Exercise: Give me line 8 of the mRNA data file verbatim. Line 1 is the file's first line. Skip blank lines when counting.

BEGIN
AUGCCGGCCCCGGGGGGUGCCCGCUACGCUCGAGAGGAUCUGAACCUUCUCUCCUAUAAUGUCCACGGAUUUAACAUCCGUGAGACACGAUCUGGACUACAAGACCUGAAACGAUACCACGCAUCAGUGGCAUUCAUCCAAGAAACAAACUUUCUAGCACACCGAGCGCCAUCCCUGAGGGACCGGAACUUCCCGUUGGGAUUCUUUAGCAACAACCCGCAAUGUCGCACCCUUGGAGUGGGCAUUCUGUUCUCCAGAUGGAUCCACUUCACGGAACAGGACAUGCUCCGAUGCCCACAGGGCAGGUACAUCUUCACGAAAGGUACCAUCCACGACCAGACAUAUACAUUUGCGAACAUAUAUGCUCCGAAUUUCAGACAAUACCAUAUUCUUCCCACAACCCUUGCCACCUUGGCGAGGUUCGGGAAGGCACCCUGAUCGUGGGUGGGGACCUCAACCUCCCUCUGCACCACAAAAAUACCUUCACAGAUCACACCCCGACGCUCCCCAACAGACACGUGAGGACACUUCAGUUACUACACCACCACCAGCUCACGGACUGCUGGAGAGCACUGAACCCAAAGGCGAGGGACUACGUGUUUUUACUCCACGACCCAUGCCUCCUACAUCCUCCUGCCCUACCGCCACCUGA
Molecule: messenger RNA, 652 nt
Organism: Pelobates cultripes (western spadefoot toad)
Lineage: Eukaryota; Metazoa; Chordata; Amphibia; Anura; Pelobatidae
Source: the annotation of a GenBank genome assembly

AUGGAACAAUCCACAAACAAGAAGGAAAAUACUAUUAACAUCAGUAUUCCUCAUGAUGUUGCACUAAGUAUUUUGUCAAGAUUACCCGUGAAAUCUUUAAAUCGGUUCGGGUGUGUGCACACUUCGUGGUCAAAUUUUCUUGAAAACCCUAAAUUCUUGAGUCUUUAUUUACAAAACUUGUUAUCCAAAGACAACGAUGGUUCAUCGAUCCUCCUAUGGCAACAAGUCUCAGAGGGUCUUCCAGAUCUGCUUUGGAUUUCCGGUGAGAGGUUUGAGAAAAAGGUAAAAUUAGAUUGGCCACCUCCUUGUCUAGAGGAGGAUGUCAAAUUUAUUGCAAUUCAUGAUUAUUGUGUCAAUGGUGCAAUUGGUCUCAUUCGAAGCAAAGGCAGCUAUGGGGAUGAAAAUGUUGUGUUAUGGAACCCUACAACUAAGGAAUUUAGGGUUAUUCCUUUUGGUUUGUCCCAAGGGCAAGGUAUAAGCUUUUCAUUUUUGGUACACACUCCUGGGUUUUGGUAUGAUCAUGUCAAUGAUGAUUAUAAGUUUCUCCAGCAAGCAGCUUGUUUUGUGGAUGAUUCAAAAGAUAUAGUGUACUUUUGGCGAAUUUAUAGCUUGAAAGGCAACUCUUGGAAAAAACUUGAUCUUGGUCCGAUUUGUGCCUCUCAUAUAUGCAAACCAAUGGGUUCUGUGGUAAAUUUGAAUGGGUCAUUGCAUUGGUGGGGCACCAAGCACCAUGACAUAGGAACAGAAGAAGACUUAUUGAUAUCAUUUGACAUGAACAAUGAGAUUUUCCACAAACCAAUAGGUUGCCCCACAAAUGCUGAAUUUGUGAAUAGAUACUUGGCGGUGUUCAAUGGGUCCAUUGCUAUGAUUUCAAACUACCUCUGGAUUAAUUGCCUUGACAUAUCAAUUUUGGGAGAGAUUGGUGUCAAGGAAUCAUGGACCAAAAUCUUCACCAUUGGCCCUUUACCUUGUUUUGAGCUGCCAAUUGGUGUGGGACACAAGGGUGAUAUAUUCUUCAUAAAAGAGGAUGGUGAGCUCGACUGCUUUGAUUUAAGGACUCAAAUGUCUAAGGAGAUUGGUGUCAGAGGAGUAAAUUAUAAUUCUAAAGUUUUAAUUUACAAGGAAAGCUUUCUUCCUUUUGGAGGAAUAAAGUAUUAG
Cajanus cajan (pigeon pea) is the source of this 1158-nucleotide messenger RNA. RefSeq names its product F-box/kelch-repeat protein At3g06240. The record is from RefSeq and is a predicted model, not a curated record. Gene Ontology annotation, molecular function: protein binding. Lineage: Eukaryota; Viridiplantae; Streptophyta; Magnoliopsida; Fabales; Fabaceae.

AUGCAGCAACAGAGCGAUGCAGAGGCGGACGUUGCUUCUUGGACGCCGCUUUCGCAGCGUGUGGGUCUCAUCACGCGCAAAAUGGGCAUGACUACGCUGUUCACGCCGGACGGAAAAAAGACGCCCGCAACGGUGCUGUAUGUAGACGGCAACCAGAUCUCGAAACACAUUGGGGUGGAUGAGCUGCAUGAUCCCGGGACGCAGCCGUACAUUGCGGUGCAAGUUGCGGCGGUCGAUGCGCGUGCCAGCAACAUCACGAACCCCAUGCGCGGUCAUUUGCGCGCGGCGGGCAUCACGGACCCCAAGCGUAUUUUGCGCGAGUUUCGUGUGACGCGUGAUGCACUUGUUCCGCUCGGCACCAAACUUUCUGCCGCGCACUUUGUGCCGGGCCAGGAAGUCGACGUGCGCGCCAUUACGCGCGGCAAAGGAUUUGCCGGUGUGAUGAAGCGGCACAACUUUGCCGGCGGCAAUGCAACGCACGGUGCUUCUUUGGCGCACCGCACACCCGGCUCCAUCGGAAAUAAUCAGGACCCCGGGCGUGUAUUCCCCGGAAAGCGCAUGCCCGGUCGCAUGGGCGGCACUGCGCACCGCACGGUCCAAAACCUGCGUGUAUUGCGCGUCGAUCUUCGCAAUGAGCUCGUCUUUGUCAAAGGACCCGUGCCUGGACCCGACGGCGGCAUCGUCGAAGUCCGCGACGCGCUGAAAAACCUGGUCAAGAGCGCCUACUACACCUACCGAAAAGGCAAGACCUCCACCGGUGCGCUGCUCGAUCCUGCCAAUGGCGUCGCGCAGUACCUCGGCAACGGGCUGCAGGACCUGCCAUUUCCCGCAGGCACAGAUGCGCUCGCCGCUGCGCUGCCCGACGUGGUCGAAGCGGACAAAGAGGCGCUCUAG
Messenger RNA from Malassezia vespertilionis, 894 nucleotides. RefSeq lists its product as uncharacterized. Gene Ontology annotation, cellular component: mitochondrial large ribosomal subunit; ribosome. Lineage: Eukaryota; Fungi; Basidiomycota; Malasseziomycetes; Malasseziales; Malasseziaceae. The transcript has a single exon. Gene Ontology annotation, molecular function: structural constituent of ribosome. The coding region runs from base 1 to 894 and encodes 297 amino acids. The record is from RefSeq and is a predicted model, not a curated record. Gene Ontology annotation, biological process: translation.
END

AUGCAGCAACAGAGCGAUGCAGAGGCGGACGUUGCUUCUUGGACGCCGCUUUCGCAGCGUGUGGGUCUCAUCACGCGCAAAAUGGGCAUGACUACGCUGUUCACGCCGGACGGAAAAAAGACGCCCGCAACGGUGCUGUAUGUAGACGGCAACCAGAUCUCGAAACACAUUGGGGUGGAUGAGCUGCAUGAUCCCGGGACGCAGCCGUACAUUGCGGUGCAAGUUGCGGCGGUCGAUGCGCGUGCCAGCAACAUCACGAACCCCAUGCGCGGUCAUUUGCGCGCGGCGGGCAUCACGGACCCCAAGCGUAUUUUGCGCGAGUUUCGUGUGACGCGUGAUGCACUUGUUCCGCUCGGCACCAAACUUUCUGCCGCGCACUUUGUGCCGGGCCAGGAAGUCGACGUGCGCGCCAUUACGCGCGGCAAAGGAUUUGCCGGUGUGAUGAAGCGGCACAACUUUGCCGGCGGCAAUGCAACGCACGGUGCUUCUUUGGCGCACCGCACACCCGGCUCCAUCGGAAAUAAUCAGGACCCCGGGCGUGUAUUCCCCGGAAAGCGCAUGCCCGGUCGCAUGGGCGGCACUGCGCACCGCACGGUCCAAAACCUGCGUGUAUUGCGCGUCGAUCUUCGCAAUGAGCUCGUCUUUGUCAAAGGACCCGUGCCUGGACCCGACGGCGGCAUCGUCGAAGUCCGCGACGCGCUGAAAAACCUGGUCAAGAGCGCCUACUACACCUACCGAAAAGGCAAGACCUCCACCGGUGCGCUGCUCGAUCCUGCCAAUGGCGUCGCGCAGUACCUCGGCAACGGGCUGCAGGACCUGCCAUUUCCCGCAGGCACAGAUGCGCUCGCCGCUGCGCUGCCCGACGUGGUCGAAGCGGACAAAGAGGCGCUCUAG